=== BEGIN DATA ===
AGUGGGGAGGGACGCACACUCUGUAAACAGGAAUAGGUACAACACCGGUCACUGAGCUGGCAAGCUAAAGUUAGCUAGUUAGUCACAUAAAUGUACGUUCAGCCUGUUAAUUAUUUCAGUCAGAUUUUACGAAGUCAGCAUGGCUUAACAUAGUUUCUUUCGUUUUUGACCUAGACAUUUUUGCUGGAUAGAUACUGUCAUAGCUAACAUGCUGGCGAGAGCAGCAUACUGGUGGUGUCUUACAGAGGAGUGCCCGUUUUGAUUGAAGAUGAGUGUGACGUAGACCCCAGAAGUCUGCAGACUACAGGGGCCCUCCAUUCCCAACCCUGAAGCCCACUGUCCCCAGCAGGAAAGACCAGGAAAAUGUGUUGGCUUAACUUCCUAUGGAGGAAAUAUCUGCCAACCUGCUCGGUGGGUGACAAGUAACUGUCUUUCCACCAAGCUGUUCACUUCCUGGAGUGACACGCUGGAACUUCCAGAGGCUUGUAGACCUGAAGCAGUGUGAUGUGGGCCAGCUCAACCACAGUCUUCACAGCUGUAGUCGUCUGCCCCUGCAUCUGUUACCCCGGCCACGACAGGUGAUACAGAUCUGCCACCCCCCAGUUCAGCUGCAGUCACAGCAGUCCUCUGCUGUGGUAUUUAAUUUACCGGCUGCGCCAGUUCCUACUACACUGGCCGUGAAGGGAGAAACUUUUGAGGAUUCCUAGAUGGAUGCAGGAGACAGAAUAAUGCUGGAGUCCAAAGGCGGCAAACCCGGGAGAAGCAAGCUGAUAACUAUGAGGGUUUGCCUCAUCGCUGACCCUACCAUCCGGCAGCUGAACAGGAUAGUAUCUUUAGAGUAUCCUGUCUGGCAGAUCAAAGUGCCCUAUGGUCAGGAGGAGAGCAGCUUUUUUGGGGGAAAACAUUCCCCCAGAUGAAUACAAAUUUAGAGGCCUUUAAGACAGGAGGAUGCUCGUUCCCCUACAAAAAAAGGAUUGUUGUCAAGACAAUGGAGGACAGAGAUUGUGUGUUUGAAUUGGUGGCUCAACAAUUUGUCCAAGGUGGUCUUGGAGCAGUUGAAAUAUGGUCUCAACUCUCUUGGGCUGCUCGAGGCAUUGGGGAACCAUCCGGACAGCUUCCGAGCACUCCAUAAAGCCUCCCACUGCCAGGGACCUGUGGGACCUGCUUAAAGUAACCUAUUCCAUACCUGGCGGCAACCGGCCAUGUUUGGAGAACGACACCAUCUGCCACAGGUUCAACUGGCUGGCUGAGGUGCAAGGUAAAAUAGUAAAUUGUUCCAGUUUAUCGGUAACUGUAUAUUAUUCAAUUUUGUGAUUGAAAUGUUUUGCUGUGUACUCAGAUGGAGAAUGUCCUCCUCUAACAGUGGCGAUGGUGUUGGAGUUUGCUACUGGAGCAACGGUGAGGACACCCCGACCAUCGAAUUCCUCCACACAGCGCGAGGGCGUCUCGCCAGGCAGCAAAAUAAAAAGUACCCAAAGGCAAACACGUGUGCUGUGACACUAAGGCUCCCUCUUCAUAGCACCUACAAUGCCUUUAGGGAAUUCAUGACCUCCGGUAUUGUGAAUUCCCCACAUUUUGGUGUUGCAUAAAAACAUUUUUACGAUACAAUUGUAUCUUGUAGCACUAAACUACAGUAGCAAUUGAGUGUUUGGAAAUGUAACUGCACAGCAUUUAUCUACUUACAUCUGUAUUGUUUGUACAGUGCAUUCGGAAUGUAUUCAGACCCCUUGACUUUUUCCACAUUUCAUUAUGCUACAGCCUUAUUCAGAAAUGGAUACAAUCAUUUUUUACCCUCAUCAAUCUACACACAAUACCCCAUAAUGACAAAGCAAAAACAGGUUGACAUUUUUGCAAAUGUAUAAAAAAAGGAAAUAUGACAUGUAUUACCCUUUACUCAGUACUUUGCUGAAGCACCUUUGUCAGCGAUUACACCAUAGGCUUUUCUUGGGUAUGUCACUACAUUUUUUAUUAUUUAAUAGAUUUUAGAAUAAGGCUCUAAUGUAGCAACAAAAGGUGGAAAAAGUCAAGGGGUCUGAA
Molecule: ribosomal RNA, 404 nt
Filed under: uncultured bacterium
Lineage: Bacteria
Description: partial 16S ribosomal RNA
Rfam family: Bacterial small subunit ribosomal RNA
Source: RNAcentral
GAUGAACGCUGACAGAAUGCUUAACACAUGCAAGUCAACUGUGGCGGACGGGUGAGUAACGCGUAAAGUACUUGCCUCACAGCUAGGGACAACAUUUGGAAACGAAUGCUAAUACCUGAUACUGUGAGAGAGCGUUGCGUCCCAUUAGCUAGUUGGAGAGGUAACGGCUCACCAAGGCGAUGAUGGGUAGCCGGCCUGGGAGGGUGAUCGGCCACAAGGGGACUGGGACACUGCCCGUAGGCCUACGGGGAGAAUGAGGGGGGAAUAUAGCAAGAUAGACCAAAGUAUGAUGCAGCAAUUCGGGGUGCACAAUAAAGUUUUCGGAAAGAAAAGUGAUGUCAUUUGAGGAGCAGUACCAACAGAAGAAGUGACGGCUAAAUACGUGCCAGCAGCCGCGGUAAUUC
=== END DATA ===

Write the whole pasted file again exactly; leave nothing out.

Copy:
AGUGGGGAGGGACGCACACUCUGUAAACAGGAAUAGGUACAACACCGGUCACUGAGCUGGCAAGCUAAAGUUAGCUAGUUAGUCACAUAAAUGUACGUUCAGCCUGUUAAUUAUUUCAGUCAGAUUUUACGAAGUCAGCAUGGCUUAACAUAGUUUCUUUCGUUUUUGACCUAGACAUUUUUGCUGGAUAGAUACUGUCAUAGCUAACAUGCUGGCGAGAGCAGCAUACUGGUGGUGUCUUACAGAGGAGUGCCCGUUUUGAUUGAAGAUGAGUGUGACGUAGACCCCAGAAGUCUGCAGACUACAGGGGCCCUCCAUUCCCAACCCUGAAGCCCACUGUCCCCAGCAGGAAAGACCAGGAAAAUGUGUUGGCUUAACUUCCUAUGGAGGAAAUAUCUGCCAACCUGCUCGGUGGGUGACAAGUAACUGUCUUUCCACCAAGCUGUUCACUUCCUGGAGUGACACGCUGGAACUUCCAGAGGCUUGUAGACCUGAAGCAGUGUGAUGUGGGCCAGCUCAACCACAGUCUUCACAGCUGUAGUCGUCUGCCCCUGCAUCUGUUACCCCGGCCACGACAGGUGAUACAGAUCUGCCACCCCCCAGUUCAGCUGCAGUCACAGCAGUCCUCUGCUGUGGUAUUUAAUUUACCGGCUGCGCCAGUUCCUACUACACUGGCCGUGAAGGGAGAAACUUUUGAGGAUUCCUAGAUGGAUGCAGGAGACAGAAUAAUGCUGGAGUCCAAAGGCGGCAAACCCGGGAGAAGCAAGCUGAUAACUAUGAGGGUUUGCCUCAUCGCUGACCCUACCAUCCGGCAGCUGAACAGGAUAGUAUCUUUAGAGUAUCCUGUCUGGCAGAUCAAAGUGCCCUAUGGUCAGGAGGAGAGCAGCUUUUUUGGGGGAAAACAUUCCCCCAGAUGAAUACAAAUUUAGAGGCCUUUAAGACAGGAGGAUGCUCGUUCCCCUACAAAAAAAGGAUUGUUGUCAAGACAAUGGAGGACAGAGAUUGUGUGUUUGAAUUGGUGGCUCAACAAUUUGUCCAAGGUGGUCUUGGAGCAGUUGAAAUAUGGUCUCAACUCUCUUGGGCUGCUCGAGGCAUUGGGGAACCAUCCGGACAGCUUCCGAGCACUCCAUAAAGCCUCCCACUGCCAGGGACCUGUGGGACCUGCUUAAAGUAACCUAUUCCAUACCUGGCGGCAACCGGCCAUGUUUGGAGAACGACACCAUCUGCCACAGGUUCAACUGGCUGGCUGAGGUGCAAGGUAAAAUAGUAAAUUGUUCCAGUUUAUCGGUAACUGUAUAUUAUUCAAUUUUGUGAUUGAAAUGUUUUGCUGUGUACUCAGAUGGAGAAUGUCCUCCUCUAACAGUGGCGAUGGUGUUGGAGUUUGCUACUGGAGCAACGGUGAGGACACCCCGACCAUCGAAUUCCUCCACACAGCGCGAGGGCGUCUCGCCAGGCAGCAAAAUAAAAAGUACCCAAAGGCAAACACGUGUGCUGUGACACUAAGGCUCCCUCUUCAUAGCACCUACAAUGCCUUUAGGGAAUUCAUGACCUCCGGUAUUGUGAAUUCCCCACAUUUUGGUGUUGCAUAAAAACAUUUUUACGAUACAAUUGUAUCUUGUAGCACUAAACUACAGUAGCAAUUGAGUGUUUGGAAAUGUAACUGCACAGCAUUUAUCUACUUACAUCUGUAUUGUUUGUACAGUGCAUUCGGAAUGUAUUCAGACCCCUUGACUUUUUCCACAUUUCAUUAUGCUACAGCCUUAUUCAGAAAUGGAUACAAUCAUUUUUUACCCUCAUCAAUCUACACACAAUACCCCAUAAUGACAAAGCAAAAACAGGUUGACAUUUUUGCAAAUGUAUAAAAAAAGGAAAUAUGACAUGUAUUACCCUUUACUCAGUACUUUGCUGAAGCACCUUUGUCAGCGAUUACACCAUAGGCUUUUCUUGGGUAUGUCACUACAUUUUUUAUUAUUUAAUAGAUUUUAGAAUAAGGCUCUAAUGUAGCAACAAAAGGUGGAAAAAGUCAAGGGGUCUGAA
Molecule: ribosomal RNA, 404 nt
Filed under: uncultured bacterium
Lineage: Bacteria
Description: partial 16S ribosomal RNA
Rfam family: Bacterial small subunit ribosomal RNA
Source: RNAcentral
GAUGAACGCUGACAGAAUGCUUAACACAUGCAAGUCAACUGUGGCGGACGGGUGAGUAACGCGUAAAGUACUUGCCUCACAGCUAGGGACAACAUUUGGAAACGAAUGCUAAUACCUGAUACUGUGAGAGAGCGUUGCGUCCCAUUAGCUAGUUGGAGAGGUAACGGCUCACCAAGGCGAUGAUGGGUAGCCGGCCUGGGAGGGUGAUCGGCCACAAGGGGACUGGGACACUGCCCGUAGGCCUACGGGGAGAAUGAGGGGGGAAUAUAGCAAGAUAGACCAAAGUAUGAUGCAGCAAUUCGGGGUGCACAAUAAAGUUUUCGGAAAGAAAAGUGAUGUCAUUUGAGGAGCAGUACCAACAGAAGAAGUGACGGCUAAAUACGUGCCAGCAGCCGCGGUAAUUC